On April 12, 2001, Nature published a review of Jonathan Wells's book, Icons of Evolution, by University of Chicago evolutionary biologist Jerry A. Coyne. (Nature 410, 745-746). About half of Coyne's review consists of personal attacks on Wells, while most of the other half took exception with Wells's criticism of the way Darwinists use distorted drawings of vertebrate embryos to support their theory. Wells then wrote a letter to the editor of Nature to point out factual errors in Coyne's review. The editor refused to print the letter.
What follows is Wells' original letter to the editor of Nature.
April 16, 2001
To the Editor of Nature:
Jerry Coyne's review of my book, Icons of Evolution (NATURE 410: 745-746, 12 April 2001), includes many personal attacks on me, but his only substantial criticism is that I am mistaken in faulting Darwinists for distorting early vertebrate development to fit their theory. According to Mr. Coyne, vertebrate embryos "provide strong evidence for common ancestry and evolution. Embryos of different vertebrates tend to resemble one another in early stages, but diverge as development proceeds."
This claim is false. The various classes of vertebrates follow a "developmental hourglass" pattern as they progress from egg to adult. The wide top of the hourglass represents the large differences that are present in early development, the narrow neck represents a partial convergence midway through development, and the wide bottom represents the major differences seen in adults. This pattern is well documented in the biological literature. (1)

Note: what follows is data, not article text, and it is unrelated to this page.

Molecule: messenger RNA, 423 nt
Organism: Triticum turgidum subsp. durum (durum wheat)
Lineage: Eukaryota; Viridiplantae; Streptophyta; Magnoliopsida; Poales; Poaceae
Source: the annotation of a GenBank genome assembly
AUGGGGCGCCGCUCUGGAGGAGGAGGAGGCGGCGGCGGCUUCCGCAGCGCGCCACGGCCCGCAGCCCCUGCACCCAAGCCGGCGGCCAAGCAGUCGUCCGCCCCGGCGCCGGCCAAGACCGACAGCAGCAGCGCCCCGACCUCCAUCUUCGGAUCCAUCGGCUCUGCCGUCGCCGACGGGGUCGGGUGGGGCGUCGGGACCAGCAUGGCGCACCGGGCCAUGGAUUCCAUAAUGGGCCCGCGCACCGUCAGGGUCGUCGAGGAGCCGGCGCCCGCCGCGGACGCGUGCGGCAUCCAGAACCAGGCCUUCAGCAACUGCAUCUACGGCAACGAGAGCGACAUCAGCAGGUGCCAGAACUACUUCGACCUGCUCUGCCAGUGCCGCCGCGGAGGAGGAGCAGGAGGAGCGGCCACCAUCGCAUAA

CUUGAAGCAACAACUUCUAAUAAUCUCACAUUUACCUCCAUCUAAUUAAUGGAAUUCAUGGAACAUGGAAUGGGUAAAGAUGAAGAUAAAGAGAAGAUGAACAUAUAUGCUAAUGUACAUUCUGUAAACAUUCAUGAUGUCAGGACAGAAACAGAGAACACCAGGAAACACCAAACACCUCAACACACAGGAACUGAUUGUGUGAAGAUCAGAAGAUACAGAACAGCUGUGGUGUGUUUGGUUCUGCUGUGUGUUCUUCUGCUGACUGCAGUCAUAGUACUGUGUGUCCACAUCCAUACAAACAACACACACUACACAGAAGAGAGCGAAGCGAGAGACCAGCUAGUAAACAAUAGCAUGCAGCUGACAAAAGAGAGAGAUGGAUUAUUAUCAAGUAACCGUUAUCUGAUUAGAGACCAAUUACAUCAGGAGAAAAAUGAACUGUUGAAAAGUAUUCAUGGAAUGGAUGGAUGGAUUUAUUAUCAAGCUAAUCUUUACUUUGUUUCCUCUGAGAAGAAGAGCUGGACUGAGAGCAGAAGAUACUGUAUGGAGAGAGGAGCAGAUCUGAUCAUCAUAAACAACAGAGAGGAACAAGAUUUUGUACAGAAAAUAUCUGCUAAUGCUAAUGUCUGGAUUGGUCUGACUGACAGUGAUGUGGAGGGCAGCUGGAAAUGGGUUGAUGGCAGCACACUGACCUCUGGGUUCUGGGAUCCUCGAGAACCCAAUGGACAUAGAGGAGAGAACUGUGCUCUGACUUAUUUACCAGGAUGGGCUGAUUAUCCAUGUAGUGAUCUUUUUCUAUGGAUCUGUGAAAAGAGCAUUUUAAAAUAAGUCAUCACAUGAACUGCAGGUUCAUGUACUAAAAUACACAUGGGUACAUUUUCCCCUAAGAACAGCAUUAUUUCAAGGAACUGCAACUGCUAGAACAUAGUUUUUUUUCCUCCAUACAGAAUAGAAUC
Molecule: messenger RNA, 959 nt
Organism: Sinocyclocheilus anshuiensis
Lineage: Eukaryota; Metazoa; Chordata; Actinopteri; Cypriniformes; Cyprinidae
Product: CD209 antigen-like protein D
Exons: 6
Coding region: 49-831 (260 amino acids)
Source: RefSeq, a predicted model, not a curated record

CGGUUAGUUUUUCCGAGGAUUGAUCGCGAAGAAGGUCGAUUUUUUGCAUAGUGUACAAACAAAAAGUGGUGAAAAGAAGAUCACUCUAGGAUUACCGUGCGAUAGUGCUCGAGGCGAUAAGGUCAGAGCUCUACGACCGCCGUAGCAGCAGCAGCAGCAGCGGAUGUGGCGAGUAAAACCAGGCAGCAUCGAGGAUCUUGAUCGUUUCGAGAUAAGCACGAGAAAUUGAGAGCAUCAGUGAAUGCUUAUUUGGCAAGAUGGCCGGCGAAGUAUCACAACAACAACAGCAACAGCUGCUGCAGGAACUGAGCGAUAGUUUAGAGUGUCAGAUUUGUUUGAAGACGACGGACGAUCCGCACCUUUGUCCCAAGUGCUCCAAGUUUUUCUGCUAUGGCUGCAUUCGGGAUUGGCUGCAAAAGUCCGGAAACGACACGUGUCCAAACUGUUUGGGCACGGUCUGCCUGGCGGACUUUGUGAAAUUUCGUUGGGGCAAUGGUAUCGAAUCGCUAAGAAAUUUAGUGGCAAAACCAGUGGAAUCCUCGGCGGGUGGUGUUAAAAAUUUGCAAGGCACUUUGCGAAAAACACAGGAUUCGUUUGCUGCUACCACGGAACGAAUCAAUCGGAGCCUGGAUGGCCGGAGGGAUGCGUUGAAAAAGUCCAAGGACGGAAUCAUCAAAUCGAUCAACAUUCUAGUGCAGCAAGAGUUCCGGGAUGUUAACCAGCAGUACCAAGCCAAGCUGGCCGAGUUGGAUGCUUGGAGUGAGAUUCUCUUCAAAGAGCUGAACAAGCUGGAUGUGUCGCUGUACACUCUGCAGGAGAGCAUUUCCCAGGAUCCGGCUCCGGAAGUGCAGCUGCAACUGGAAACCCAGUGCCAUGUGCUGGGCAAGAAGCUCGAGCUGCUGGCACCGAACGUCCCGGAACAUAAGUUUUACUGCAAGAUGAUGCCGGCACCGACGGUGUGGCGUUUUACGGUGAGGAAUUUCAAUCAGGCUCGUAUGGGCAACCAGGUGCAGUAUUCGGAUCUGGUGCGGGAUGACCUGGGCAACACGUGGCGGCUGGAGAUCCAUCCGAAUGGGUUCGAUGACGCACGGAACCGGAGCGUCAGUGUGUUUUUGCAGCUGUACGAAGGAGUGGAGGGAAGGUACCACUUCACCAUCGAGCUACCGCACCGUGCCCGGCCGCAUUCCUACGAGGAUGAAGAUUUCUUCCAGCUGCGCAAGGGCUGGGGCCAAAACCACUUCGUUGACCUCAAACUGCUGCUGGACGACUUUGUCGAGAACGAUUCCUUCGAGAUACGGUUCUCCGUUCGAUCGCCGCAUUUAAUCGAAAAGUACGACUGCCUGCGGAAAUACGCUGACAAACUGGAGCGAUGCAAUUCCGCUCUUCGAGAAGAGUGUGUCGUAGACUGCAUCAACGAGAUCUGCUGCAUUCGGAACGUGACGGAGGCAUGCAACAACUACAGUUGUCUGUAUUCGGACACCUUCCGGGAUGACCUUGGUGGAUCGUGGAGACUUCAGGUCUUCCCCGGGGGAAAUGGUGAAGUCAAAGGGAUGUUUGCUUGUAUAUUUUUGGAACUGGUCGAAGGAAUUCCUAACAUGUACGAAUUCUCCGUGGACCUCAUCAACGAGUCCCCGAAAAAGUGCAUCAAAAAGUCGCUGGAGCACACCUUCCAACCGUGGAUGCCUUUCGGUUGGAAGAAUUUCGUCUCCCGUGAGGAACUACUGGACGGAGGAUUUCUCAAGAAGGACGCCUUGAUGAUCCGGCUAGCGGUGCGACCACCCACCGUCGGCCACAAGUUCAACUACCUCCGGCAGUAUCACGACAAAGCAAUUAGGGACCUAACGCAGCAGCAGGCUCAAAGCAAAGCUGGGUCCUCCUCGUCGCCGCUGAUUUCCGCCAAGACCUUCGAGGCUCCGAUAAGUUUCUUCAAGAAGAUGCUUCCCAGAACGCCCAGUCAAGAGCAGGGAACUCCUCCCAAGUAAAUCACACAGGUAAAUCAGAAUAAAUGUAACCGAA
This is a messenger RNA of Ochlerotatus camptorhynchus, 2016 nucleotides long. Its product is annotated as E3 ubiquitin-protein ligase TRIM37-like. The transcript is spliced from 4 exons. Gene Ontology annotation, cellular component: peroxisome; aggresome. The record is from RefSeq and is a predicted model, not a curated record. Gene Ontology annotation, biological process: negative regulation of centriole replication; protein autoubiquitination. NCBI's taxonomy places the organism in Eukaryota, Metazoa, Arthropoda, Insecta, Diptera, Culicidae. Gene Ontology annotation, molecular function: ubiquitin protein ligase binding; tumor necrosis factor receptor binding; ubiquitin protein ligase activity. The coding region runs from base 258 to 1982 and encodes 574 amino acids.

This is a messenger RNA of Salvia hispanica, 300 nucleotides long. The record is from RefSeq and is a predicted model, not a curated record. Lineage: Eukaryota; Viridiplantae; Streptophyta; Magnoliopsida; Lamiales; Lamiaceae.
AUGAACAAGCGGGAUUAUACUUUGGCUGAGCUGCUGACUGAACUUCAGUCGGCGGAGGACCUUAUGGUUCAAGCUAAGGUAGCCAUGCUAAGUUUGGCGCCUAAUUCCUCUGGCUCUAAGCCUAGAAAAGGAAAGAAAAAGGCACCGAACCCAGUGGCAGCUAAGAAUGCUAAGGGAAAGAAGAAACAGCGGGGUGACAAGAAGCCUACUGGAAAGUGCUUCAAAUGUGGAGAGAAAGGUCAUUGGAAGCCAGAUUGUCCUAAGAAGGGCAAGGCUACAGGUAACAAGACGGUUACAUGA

Mr. Coyne actually concedes this point later in his review, agreeing with me that "the earliest vertebrate embryos (mere balls of cells) are often less similar to one another than they are at subsequent stages." How can vertebrate embryos both "resemble one another in early stages" AND be "less similar to one another than they are at subsequent stages"?
According to Mr. Coyne, the differences in early vertebrate embryos are due to "adaptation to widely varying amounts of yolk in their eggs." This may explain why some cleavage planes do not pass all the way through the eggs of reptiles and birds, but it does not explain the radically different rotational cleavage pattern that distinguishes mammals from all other classes. In general, early stages are NOT more similar than later ones. As embryologist William Ballard wrote in 1976, it is "only by semantic tricks and subjective selection of evidence," by "bending the facts of nature," that one can argue that the cleavage and gastrulation stages of vertebrates "are more alike than their adults." (2)
It seems to me that Mr. Coyne's statements are symptomatic of the very problem I criticize in my book: that is, the tendency of some Darwinists to read their theory into, and thereby distort, evidence which doesn't fit it. But the integrity of the scientific enterprise depends on our willingness to question any theory that conflicts with the evidence--even the theory of Darwinian evolution.
Jonathan Wells Discovery Institute, Seattle, Washington, USA
(1) See, for example, Rudolf A. Raff, The Shape of Life (Chicago and London: The University of Chicago Press, 1996), p. 208.
(2) William Ballard, BioScience 26: 36-39, 1976.